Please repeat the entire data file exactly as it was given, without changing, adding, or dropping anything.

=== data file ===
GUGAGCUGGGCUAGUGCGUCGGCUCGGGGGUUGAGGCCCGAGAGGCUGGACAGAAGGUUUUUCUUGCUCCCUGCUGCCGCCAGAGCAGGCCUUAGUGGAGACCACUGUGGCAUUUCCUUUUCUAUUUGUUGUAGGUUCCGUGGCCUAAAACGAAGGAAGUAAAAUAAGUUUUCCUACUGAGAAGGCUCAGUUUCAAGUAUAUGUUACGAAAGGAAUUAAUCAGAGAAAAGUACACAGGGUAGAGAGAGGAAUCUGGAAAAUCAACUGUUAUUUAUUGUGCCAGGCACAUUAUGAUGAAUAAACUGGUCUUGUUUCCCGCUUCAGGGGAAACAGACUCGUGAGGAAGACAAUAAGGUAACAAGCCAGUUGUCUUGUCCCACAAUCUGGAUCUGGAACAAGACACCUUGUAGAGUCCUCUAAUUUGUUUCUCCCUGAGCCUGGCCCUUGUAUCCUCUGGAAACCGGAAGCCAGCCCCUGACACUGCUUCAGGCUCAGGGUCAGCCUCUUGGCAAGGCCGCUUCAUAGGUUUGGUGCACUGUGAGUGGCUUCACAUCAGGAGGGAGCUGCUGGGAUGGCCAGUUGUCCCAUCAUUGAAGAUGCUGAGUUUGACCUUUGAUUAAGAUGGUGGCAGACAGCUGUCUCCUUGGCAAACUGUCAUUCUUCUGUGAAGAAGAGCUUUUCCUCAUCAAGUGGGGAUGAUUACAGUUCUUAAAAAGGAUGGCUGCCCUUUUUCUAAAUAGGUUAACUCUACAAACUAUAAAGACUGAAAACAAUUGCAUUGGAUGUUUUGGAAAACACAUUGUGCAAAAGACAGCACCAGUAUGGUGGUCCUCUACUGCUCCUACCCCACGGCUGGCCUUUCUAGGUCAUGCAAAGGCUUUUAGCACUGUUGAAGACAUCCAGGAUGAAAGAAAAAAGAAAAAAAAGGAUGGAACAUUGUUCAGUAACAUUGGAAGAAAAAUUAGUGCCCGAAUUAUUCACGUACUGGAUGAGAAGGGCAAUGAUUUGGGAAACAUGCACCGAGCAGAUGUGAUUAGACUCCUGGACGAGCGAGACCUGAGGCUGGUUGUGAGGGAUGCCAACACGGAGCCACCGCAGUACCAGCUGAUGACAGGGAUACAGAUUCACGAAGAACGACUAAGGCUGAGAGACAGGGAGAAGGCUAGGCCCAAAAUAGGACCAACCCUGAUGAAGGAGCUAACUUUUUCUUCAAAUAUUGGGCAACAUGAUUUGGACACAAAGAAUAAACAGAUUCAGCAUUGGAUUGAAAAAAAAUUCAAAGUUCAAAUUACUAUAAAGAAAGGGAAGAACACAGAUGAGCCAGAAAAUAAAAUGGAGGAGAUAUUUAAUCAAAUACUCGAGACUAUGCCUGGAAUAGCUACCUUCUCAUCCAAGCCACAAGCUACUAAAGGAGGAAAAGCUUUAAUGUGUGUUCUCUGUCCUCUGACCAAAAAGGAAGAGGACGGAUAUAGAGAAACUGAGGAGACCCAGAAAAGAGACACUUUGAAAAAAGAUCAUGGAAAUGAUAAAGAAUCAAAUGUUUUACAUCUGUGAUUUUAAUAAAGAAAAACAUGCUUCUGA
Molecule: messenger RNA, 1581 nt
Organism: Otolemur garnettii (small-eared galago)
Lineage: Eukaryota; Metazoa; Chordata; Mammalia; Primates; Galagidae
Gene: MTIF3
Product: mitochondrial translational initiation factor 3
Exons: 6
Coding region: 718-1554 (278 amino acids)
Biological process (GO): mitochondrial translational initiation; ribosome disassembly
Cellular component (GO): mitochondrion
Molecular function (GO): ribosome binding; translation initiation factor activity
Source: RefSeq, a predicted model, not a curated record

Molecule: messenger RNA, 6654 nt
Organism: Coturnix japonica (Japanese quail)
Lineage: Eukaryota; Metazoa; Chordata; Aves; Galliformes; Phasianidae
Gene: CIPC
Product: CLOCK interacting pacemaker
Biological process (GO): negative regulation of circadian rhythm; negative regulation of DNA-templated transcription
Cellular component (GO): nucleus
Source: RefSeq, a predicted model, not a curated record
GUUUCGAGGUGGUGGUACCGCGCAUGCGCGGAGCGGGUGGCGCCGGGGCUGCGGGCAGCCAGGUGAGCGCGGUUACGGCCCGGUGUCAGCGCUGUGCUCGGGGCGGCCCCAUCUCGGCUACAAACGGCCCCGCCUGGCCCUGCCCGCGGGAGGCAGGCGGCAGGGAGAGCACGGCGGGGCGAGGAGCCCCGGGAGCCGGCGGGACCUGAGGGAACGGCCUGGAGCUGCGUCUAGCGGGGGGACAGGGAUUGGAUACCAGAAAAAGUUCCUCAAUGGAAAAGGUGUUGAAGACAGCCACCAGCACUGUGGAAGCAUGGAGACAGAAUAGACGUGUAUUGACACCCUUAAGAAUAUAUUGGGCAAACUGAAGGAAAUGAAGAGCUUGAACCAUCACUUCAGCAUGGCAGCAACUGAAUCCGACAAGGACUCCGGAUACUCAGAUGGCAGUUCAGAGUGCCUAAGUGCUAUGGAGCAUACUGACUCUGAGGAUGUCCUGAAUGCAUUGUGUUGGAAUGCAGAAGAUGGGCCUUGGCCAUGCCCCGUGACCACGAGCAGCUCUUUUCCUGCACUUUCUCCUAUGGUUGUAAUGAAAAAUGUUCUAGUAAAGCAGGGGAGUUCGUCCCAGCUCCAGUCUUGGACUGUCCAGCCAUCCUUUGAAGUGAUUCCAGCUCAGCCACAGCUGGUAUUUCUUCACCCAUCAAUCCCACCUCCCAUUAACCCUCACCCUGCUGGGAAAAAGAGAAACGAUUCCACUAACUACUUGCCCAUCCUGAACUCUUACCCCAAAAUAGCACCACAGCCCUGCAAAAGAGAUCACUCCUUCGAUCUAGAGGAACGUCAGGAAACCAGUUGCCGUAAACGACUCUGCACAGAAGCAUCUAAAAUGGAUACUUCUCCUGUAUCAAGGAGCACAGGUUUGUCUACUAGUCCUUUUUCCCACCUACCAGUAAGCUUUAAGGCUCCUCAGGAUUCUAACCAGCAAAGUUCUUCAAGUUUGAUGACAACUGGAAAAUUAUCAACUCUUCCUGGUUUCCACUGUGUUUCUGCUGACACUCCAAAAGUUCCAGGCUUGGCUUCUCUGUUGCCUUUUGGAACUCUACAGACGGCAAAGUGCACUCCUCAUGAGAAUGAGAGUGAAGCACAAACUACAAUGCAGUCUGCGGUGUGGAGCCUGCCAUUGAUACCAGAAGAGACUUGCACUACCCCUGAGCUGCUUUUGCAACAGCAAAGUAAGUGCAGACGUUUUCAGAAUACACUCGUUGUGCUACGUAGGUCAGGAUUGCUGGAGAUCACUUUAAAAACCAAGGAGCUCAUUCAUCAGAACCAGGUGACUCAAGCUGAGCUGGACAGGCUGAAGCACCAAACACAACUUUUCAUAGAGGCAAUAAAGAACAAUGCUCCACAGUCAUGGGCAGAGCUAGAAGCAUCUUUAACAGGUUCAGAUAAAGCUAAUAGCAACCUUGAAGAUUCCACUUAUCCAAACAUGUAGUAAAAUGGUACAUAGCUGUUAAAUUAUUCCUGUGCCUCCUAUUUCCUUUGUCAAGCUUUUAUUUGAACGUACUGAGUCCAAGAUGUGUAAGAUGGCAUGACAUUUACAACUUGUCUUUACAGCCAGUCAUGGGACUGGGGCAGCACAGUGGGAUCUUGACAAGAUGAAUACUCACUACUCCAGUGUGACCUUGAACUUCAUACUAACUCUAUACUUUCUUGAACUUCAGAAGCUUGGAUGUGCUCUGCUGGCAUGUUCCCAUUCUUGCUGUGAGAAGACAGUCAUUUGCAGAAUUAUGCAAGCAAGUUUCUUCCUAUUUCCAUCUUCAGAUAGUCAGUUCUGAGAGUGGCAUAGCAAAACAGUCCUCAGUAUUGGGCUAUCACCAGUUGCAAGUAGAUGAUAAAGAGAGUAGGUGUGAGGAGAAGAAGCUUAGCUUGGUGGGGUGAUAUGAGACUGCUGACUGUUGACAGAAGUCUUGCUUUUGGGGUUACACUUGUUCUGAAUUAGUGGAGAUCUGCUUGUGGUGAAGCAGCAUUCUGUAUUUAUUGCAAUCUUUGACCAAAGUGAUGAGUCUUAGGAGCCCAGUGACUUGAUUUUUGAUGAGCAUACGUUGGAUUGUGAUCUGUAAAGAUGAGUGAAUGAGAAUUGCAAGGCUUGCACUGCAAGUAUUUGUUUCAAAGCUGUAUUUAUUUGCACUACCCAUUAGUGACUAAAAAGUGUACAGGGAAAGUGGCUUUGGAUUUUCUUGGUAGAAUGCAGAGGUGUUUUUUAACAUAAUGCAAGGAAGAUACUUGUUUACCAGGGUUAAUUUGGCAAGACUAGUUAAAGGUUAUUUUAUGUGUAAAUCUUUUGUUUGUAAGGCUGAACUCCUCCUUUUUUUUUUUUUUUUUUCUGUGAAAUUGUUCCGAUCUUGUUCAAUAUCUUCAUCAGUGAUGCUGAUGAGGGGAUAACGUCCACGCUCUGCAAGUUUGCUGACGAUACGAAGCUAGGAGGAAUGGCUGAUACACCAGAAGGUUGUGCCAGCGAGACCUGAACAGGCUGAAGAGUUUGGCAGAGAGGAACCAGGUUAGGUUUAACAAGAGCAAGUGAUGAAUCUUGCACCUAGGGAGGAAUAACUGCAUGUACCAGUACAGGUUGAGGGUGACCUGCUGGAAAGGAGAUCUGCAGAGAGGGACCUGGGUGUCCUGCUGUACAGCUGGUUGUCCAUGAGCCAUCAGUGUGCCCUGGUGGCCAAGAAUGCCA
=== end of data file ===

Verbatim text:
GUGAGCUGGGCUAGUGCGUCGGCUCGGGGGUUGAGGCCCGAGAGGCUGGACAGAAGGUUUUUCUUGCUCCCUGCUGCCGCCAGAGCAGGCCUUAGUGGAGACCACUGUGGCAUUUCCUUUUCUAUUUGUUGUAGGUUCCGUGGCCUAAAACGAAGGAAGUAAAAUAAGUUUUCCUACUGAGAAGGCUCAGUUUCAAGUAUAUGUUACGAAAGGAAUUAAUCAGAGAAAAGUACACAGGGUAGAGAGAGGAAUCUGGAAAAUCAACUGUUAUUUAUUGUGCCAGGCACAUUAUGAUGAAUAAACUGGUCUUGUUUCCCGCUUCAGGGGAAACAGACUCGUGAGGAAGACAAUAAGGUAACAAGCCAGUUGUCUUGUCCCACAAUCUGGAUCUGGAACAAGACACCUUGUAGAGUCCUCUAAUUUGUUUCUCCCUGAGCCUGGCCCUUGUAUCCUCUGGAAACCGGAAGCCAGCCCCUGACACUGCUUCAGGCUCAGGGUCAGCCUCUUGGCAAGGCCGCUUCAUAGGUUUGGUGCACUGUGAGUGGCUUCACAUCAGGAGGGAGCUGCUGGGAUGGCCAGUUGUCCCAUCAUUGAAGAUGCUGAGUUUGACCUUUGAUUAAGAUGGUGGCAGACAGCUGUCUCCUUGGCAAACUGUCAUUCUUCUGUGAAGAAGAGCUUUUCCUCAUCAAGUGGGGAUGAUUACAGUUCUUAAAAAGGAUGGCUGCCCUUUUUCUAAAUAGGUUAACUCUACAAACUAUAAAGACUGAAAACAAUUGCAUUGGAUGUUUUGGAAAACACAUUGUGCAAAAGACAGCACCAGUAUGGUGGUCCUCUACUGCUCCUACCCCACGGCUGGCCUUUCUAGGUCAUGCAAAGGCUUUUAGCACUGUUGAAGACAUCCAGGAUGAAAGAAAAAAGAAAAAAAAGGAUGGAACAUUGUUCAGUAACAUUGGAAGAAAAAUUAGUGCCCGAAUUAUUCACGUACUGGAUGAGAAGGGCAAUGAUUUGGGAAACAUGCACCGAGCAGAUGUGAUUAGACUCCUGGACGAGCGAGACCUGAGGCUGGUUGUGAGGGAUGCCAACACGGAGCCACCGCAGUACCAGCUGAUGACAGGGAUACAGAUUCACGAAGAACGACUAAGGCUGAGAGACAGGGAGAAGGCUAGGCCCAAAAUAGGACCAACCCUGAUGAAGGAGCUAACUUUUUCUUCAAAUAUUGGGCAACAUGAUUUGGACACAAAGAAUAAACAGAUUCAGCAUUGGAUUGAAAAAAAAUUCAAAGUUCAAAUUACUAUAAAGAAAGGGAAGAACACAGAUGAGCCAGAAAAUAAAAUGGAGGAGAUAUUUAAUCAAAUACUCGAGACUAUGCCUGGAAUAGCUACCUUCUCAUCCAAGCCACAAGCUACUAAAGGAGGAAAAGCUUUAAUGUGUGUUCUCUGUCCUCUGACCAAAAAGGAAGAGGACGGAUAUAGAGAAACUGAGGAGACCCAGAAAAGAGACACUUUGAAAAAAGAUCAUGGAAAUGAUAAAGAAUCAAAUGUUUUACAUCUGUGAUUUUAAUAAAGAAAAACAUGCUUCUGA
Molecule: messenger RNA, 1581 nt
Organism: Otolemur garnettii (small-eared galago)
Lineage: Eukaryota; Metazoa; Chordata; Mammalia; Primates; Galagidae
Gene: MTIF3
Product: mitochondrial translational initiation factor 3
Exons: 6
Coding region: 718-1554 (278 amino acids)
Biological process (GO): mitochondrial translational initiation; ribosome disassembly
Cellular component (GO): mitochondrion
Molecular function (GO): ribosome binding; translation initiation factor activity
Source: RefSeq, a predicted model, not a curated record

Molecule: messenger RNA, 6654 nt
Organism: Coturnix japonica (Japanese quail)
Lineage: Eukaryota; Metazoa; Chordata; Aves; Galliformes; Phasianidae
Gene: CIPC
Product: CLOCK interacting pacemaker
Biological process (GO): negative regulation of circadian rhythm; negative regulation of DNA-templated transcription
Cellular component (GO): nucleus
Source: RefSeq, a predicted model, not a curated record
GUUUCGAGGUGGUGGUACCGCGCAUGCGCGGAGCGGGUGGCGCCGGGGCUGCGGGCAGCCAGGUGAGCGCGGUUACGGCCCGGUGUCAGCGCUGUGCUCGGGGCGGCCCCAUCUCGGCUACAAACGGCCCCGCCUGGCCCUGCCCGCGGGAGGCAGGCGGCAGGGAGAGCACGGCGGGGCGAGGAGCCCCGGGAGCCGGCGGGACCUGAGGGAACGGCCUGGAGCUGCGUCUAGCGGGGGGACAGGGAUUGGAUACCAGAAAAAGUUCCUCAAUGGAAAAGGUGUUGAAGACAGCCACCAGCACUGUGGAAGCAUGGAGACAGAAUAGACGUGUAUUGACACCCUUAAGAAUAUAUUGGGCAAACUGAAGGAAAUGAAGAGCUUGAACCAUCACUUCAGCAUGGCAGCAACUGAAUCCGACAAGGACUCCGGAUACUCAGAUGGCAGUUCAGAGUGCCUAAGUGCUAUGGAGCAUACUGACUCUGAGGAUGUCCUGAAUGCAUUGUGUUGGAAUGCAGAAGAUGGGCCUUGGCCAUGCCCCGUGACCACGAGCAGCUCUUUUCCUGCACUUUCUCCUAUGGUUGUAAUGAAAAAUGUUCUAGUAAAGCAGGGGAGUUCGUCCCAGCUCCAGUCUUGGACUGUCCAGCCAUCCUUUGAAGUGAUUCCAGCUCAGCCACAGCUGGUAUUUCUUCACCCAUCAAUCCCACCUCCCAUUAACCCUCACCCUGCUGGGAAAAAGAGAAACGAUUCCACUAACUACUUGCCCAUCCUGAACUCUUACCCCAAAAUAGCACCACAGCCCUGCAAAAGAGAUCACUCCUUCGAUCUAGAGGAACGUCAGGAAACCAGUUGCCGUAAACGACUCUGCACAGAAGCAUCUAAAAUGGAUACUUCUCCUGUAUCAAGGAGCACAGGUUUGUCUACUAGUCCUUUUUCCCACCUACCAGUAAGCUUUAAGGCUCCUCAGGAUUCUAACCAGCAAAGUUCUUCAAGUUUGAUGACAACUGGAAAAUUAUCAACUCUUCCUGGUUUCCACUGUGUUUCUGCUGACACUCCAAAAGUUCCAGGCUUGGCUUCUCUGUUGCCUUUUGGAACUCUACAGACGGCAAAGUGCACUCCUCAUGAGAAUGAGAGUGAAGCACAAACUACAAUGCAGUCUGCGGUGUGGAGCCUGCCAUUGAUACCAGAAGAGACUUGCACUACCCCUGAGCUGCUUUUGCAACAGCAAAGUAAGUGCAGACGUUUUCAGAAUACACUCGUUGUGCUACGUAGGUCAGGAUUGCUGGAGAUCACUUUAAAAACCAAGGAGCUCAUUCAUCAGAACCAGGUGACUCAAGCUGAGCUGGACAGGCUGAAGCACCAAACACAACUUUUCAUAGAGGCAAUAAAGAACAAUGCUCCACAGUCAUGGGCAGAGCUAGAAGCAUCUUUAACAGGUUCAGAUAAAGCUAAUAGCAACCUUGAAGAUUCCACUUAUCCAAACAUGUAGUAAAAUGGUACAUAGCUGUUAAAUUAUUCCUGUGCCUCCUAUUUCCUUUGUCAAGCUUUUAUUUGAACGUACUGAGUCCAAGAUGUGUAAGAUGGCAUGACAUUUACAACUUGUCUUUACAGCCAGUCAUGGGACUGGGGCAGCACAGUGGGAUCUUGACAAGAUGAAUACUCACUACUCCAGUGUGACCUUGAACUUCAUACUAACUCUAUACUUUCUUGAACUUCAGAAGCUUGGAUGUGCUCUGCUGGCAUGUUCCCAUUCUUGCUGUGAGAAGACAGUCAUUUGCAGAAUUAUGCAAGCAAGUUUCUUCCUAUUUCCAUCUUCAGAUAGUCAGUUCUGAGAGUGGCAUAGCAAAACAGUCCUCAGUAUUGGGCUAUCACCAGUUGCAAGUAGAUGAUAAAGAGAGUAGGUGUGAGGAGAAGAAGCUUAGCUUGGUGGGGUGAUAUGAGACUGCUGACUGUUGACAGAAGUCUUGCUUUUGGGGUUACACUUGUUCUGAAUUAGUGGAGAUCUGCUUGUGGUGAAGCAGCAUUCUGUAUUUAUUGCAAUCUUUGACCAAAGUGAUGAGUCUUAGGAGCCCAGUGACUUGAUUUUUGAUGAGCAUACGUUGGAUUGUGAUCUGUAAAGAUGAGUGAAUGAGAAUUGCAAGGCUUGCACUGCAAGUAUUUGUUUCAAAGCUGUAUUUAUUUGCACUACCCAUUAGUGACUAAAAAGUGUACAGGGAAAGUGGCUUUGGAUUUUCUUGGUAGAAUGCAGAGGUGUUUUUUAACAUAAUGCAAGGAAGAUACUUGUUUACCAGGGUUAAUUUGGCAAGACUAGUUAAAGGUUAUUUUAUGUGUAAAUCUUUUGUUUGUAAGGCUGAACUCCUCCUUUUUUUUUUUUUUUUUUCUGUGAAAUUGUUCCGAUCUUGUUCAAUAUCUUCAUCAGUGAUGCUGAUGAGGGGAUAACGUCCACGCUCUGCAAGUUUGCUGACGAUACGAAGCUAGGAGGAAUGGCUGAUACACCAGAAGGUUGUGCCAGCGAGACCUGAACAGGCUGAAGAGUUUGGCAGAGAGGAACCAGGUUAGGUUUAACAAGAGCAAGUGAUGAAUCUUGCACCUAGGGAGGAAUAACUGCAUGUACCAGUACAGGUUGAGGGUGACCUGCUGGAAAGGAGAUCUGCAGAGAGGGACCUGGGUGUCCUGCUGUACAGCUGGUUGUCCAUGAGCCAUCAGUGUGCCCUGGUGGCCAAGAAUGCCA